The complaint alleged assault by the individual defendants as well as failure to protect from cruel and unusual punishment against CCA.
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District of Columbia, securing the largest settlement ever in an inmate wrongful death suit against the District of Columbia. In 2005, with the help of Wiley Rein LLP, the DC Prisoners’ Project brought suit on behalf of prisoners at the over-crowded D. Jail against the Mayor of the District of Columbia for refusing to comply with DC law and impose a legal limit on the population at the DC Jail.
The case involved the stabbing death of Pearl Beale’s son, Givon Pendleton, and the near-fatal stabbing of another inmate in December 2002 at the DC Jail, during the bloodiest four-day period in the history of that facility. Pendleton, 24 years old, was being held at the Jail pending non-violent charges and was attacked by a man awaiting sentencing on first-degree murder charges in that overcrowded facility. In 2004, the DC Council passed the Jail Improvement Act (supported by then-Councilmember Fenty) which required, among other things, that there be a cap on the population at the Jail, which had been the scene of terrible violence in overcrowded conditions in 2002.
”), it’s unlikely that newly-covered prisoners will receive the natural health treatments for anxiety, depression, and other psychiatric disorders that could actually help.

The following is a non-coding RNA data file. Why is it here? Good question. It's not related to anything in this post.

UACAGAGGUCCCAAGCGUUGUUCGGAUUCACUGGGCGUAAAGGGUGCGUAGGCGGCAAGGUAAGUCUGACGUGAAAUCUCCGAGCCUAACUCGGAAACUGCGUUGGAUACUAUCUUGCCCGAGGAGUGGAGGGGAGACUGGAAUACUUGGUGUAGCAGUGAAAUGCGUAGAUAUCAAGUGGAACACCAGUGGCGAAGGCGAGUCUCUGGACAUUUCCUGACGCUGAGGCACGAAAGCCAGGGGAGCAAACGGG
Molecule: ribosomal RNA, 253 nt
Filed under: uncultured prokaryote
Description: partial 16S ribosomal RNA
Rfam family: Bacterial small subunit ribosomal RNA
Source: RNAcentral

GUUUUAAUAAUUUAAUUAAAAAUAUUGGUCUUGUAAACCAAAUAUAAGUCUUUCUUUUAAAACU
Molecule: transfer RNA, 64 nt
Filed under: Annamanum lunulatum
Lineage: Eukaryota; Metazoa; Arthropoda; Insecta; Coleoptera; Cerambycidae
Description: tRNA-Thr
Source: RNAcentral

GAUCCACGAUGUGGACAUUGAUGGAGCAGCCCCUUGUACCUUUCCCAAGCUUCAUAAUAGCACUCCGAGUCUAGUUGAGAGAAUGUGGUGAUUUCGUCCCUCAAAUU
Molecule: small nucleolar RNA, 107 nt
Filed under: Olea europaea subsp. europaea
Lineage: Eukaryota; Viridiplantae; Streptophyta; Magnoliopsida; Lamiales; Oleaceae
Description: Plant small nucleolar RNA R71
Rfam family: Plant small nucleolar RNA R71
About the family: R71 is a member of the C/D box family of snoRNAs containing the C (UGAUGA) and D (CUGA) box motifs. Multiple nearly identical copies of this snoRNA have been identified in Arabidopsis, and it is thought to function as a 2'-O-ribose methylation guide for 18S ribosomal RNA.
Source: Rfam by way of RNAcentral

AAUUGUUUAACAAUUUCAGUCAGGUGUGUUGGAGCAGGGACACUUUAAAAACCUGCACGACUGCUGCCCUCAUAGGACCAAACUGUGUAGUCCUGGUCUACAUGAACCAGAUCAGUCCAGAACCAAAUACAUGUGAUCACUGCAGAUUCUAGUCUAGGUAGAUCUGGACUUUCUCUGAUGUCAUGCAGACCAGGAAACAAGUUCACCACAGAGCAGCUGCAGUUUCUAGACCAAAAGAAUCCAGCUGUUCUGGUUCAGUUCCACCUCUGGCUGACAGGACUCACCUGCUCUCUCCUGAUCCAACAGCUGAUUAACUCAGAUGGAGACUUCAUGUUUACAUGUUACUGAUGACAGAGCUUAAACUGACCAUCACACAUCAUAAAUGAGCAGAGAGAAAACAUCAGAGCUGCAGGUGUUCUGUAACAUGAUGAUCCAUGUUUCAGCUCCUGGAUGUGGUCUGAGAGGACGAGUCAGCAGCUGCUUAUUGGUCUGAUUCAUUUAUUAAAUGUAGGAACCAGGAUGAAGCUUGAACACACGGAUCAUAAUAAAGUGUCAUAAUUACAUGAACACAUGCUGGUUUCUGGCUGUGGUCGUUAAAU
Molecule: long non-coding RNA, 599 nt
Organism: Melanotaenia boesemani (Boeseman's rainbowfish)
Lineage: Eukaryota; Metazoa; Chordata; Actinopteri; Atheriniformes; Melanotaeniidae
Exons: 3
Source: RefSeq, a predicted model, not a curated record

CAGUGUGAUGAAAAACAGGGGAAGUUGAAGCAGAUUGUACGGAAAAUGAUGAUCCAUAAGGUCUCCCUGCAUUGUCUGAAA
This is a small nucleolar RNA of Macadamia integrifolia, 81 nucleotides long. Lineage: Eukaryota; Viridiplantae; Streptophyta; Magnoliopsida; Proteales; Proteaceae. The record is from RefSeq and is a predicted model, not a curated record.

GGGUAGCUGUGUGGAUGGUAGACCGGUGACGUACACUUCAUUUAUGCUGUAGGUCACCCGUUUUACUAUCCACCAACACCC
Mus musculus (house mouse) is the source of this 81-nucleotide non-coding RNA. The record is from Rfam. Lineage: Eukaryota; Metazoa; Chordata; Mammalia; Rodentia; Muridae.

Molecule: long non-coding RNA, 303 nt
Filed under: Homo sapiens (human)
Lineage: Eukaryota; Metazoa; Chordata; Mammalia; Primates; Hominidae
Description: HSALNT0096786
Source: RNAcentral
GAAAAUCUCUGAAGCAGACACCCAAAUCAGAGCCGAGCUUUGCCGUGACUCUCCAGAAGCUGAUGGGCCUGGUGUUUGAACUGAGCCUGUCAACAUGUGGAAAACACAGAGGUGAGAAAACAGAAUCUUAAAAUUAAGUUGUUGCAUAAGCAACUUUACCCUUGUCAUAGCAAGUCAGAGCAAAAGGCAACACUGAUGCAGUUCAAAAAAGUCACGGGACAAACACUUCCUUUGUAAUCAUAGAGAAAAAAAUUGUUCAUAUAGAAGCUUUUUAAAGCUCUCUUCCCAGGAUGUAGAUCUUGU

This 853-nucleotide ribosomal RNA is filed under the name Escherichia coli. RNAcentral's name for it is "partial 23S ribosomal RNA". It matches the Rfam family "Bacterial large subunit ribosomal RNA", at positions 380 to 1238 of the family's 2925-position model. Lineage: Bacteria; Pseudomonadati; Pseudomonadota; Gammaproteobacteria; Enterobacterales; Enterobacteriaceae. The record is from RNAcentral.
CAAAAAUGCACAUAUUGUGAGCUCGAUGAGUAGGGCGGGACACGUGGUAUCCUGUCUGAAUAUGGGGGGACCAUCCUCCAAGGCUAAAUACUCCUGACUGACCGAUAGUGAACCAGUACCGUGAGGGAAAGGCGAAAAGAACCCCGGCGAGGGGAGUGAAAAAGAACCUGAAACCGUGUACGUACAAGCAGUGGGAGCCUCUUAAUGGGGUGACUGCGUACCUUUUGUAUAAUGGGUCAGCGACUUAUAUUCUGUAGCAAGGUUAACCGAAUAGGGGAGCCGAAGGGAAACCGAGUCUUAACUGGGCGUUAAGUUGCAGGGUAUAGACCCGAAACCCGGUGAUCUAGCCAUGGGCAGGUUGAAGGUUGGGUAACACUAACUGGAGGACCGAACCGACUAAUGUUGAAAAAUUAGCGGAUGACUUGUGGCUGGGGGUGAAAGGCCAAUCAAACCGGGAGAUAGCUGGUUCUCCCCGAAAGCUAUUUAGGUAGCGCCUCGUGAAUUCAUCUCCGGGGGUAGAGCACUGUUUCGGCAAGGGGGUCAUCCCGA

Instead, they’ll be prescribed psychotropic drugs that are linked to violent (homicidal and suicidal) and criminal acts.
The FDA says that it is opposed to untested, “off-label” use of drugs.
Why doesn’t it stop this cruel experimenting with children on Medicaid?
According to the Bureau of Justice Statistics, 18% of federal prisoners and nearly 17% of state prisoners say they committed their offense to obtain money for drugs, while up to 80% of inmates already have substance abuse problems.
Enrolling inmates in federal health programs could introduce populations already vulnerable to substance abuse to even more addictive drugs.
But if this program is implemented nationally, many of the seven million Americans behind bars, on parole, or on probation, as well as the thirteen million booked into county jails each year, would be eligible for taxpayer-subsidized drugs linked to violence.